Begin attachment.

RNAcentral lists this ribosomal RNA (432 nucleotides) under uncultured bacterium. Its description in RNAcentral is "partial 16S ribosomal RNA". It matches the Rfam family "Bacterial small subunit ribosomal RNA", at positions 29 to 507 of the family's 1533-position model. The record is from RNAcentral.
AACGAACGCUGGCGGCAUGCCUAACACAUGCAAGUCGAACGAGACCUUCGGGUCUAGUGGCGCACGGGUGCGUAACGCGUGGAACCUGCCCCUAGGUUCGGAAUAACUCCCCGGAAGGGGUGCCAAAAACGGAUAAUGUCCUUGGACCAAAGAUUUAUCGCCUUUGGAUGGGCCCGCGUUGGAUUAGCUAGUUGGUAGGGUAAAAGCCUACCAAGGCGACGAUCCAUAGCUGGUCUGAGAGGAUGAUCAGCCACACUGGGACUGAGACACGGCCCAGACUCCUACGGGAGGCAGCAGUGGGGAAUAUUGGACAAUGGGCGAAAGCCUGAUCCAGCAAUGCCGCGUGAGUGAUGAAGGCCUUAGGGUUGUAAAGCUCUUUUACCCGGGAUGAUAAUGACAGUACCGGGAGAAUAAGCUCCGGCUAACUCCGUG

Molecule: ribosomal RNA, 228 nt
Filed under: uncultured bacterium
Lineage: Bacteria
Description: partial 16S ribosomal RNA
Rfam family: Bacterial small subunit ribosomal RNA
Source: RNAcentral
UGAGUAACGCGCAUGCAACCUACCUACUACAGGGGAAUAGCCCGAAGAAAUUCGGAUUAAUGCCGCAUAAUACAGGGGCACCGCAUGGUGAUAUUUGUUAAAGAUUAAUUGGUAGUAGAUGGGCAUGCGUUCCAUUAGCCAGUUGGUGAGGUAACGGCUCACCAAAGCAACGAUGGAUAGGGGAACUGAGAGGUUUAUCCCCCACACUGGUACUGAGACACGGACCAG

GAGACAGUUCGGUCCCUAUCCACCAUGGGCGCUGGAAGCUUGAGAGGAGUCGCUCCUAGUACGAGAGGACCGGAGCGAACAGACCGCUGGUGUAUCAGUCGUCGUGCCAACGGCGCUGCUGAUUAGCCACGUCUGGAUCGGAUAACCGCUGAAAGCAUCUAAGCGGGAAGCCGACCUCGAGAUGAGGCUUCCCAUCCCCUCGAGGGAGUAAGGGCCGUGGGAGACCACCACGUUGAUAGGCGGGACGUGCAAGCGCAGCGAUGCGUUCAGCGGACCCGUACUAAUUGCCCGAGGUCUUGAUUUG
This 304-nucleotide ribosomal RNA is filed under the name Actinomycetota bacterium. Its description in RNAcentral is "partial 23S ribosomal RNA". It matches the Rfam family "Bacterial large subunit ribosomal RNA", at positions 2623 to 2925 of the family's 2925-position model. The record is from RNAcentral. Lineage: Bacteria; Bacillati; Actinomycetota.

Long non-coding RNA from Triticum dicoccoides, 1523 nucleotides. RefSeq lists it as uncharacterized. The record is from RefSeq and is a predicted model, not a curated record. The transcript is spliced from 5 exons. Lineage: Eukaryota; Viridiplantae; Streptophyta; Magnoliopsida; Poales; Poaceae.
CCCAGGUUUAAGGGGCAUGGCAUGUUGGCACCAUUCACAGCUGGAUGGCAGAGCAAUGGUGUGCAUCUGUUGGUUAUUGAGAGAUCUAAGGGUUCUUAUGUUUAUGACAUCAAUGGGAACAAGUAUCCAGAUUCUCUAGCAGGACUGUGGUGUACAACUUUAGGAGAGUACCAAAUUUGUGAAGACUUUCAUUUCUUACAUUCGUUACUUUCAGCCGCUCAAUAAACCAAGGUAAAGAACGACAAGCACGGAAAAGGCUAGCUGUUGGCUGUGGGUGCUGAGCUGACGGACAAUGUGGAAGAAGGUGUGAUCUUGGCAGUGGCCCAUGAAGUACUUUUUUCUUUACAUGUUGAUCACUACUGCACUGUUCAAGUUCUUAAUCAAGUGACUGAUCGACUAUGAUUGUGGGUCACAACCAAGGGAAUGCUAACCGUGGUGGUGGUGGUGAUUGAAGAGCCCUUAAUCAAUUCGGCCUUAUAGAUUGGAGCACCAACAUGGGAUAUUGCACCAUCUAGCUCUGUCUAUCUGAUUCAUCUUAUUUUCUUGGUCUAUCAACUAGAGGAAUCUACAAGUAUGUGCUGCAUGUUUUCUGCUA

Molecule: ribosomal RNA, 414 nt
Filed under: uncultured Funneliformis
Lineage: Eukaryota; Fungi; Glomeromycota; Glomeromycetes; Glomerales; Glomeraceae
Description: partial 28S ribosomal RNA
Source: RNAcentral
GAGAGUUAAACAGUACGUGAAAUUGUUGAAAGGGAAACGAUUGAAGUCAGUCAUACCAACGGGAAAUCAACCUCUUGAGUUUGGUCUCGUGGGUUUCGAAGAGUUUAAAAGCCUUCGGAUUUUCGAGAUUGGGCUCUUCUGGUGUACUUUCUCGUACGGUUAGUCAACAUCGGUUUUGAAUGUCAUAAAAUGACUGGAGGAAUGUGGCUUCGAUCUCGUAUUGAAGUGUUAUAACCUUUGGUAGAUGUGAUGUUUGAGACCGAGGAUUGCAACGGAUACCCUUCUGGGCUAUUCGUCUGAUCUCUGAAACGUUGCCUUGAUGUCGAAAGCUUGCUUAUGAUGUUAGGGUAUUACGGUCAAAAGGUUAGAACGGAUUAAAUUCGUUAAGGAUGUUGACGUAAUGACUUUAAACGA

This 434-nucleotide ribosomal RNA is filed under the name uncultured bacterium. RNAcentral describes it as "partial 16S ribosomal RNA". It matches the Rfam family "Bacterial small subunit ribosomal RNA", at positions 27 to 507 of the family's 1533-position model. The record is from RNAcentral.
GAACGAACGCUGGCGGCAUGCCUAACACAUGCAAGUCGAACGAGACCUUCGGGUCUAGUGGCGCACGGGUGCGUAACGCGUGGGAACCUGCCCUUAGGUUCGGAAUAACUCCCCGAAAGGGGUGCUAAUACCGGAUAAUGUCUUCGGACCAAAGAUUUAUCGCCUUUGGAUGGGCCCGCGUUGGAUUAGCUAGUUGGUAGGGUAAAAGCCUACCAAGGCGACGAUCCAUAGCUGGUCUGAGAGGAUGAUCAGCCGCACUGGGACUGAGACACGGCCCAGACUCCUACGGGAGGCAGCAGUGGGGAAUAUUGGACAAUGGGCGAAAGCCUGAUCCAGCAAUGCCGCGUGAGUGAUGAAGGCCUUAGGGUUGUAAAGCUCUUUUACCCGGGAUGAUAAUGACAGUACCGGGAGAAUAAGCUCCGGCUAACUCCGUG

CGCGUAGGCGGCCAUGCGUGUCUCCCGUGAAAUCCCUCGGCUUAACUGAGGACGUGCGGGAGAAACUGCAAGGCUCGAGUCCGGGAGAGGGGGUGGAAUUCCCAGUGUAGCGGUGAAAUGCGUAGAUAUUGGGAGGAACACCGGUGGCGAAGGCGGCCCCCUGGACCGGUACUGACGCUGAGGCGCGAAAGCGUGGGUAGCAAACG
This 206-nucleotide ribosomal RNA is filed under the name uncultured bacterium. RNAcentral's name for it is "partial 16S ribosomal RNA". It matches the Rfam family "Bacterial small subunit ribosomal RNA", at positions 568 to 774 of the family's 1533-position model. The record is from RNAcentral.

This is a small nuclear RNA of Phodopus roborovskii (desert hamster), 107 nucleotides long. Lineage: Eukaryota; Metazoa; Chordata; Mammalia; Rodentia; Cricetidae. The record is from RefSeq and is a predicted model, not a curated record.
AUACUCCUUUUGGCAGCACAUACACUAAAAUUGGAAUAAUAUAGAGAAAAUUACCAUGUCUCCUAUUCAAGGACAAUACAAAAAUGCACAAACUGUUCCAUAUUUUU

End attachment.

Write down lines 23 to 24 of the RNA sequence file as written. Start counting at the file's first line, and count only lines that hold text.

This 206-nucleotide ribosomal RNA is filed under the name uncultured bacterium. RNAcentral's name for it is "partial 16S ribosomal RNA". It matches the Rfam family "Bacterial small subunit ribosomal RNA", at positions 568 to 774 of the family's 1533-position model. The record is from RNAcentral.

This is a small nuclear RNA of Phodopus roborovskii (desert hamster), 107 nucleotides long. Lineage: Eukaryota; Metazoa; Chordata; Mammalia; Rodentia; Cricetidae. The record is from RefSeq and is a predicted model, not a curated record.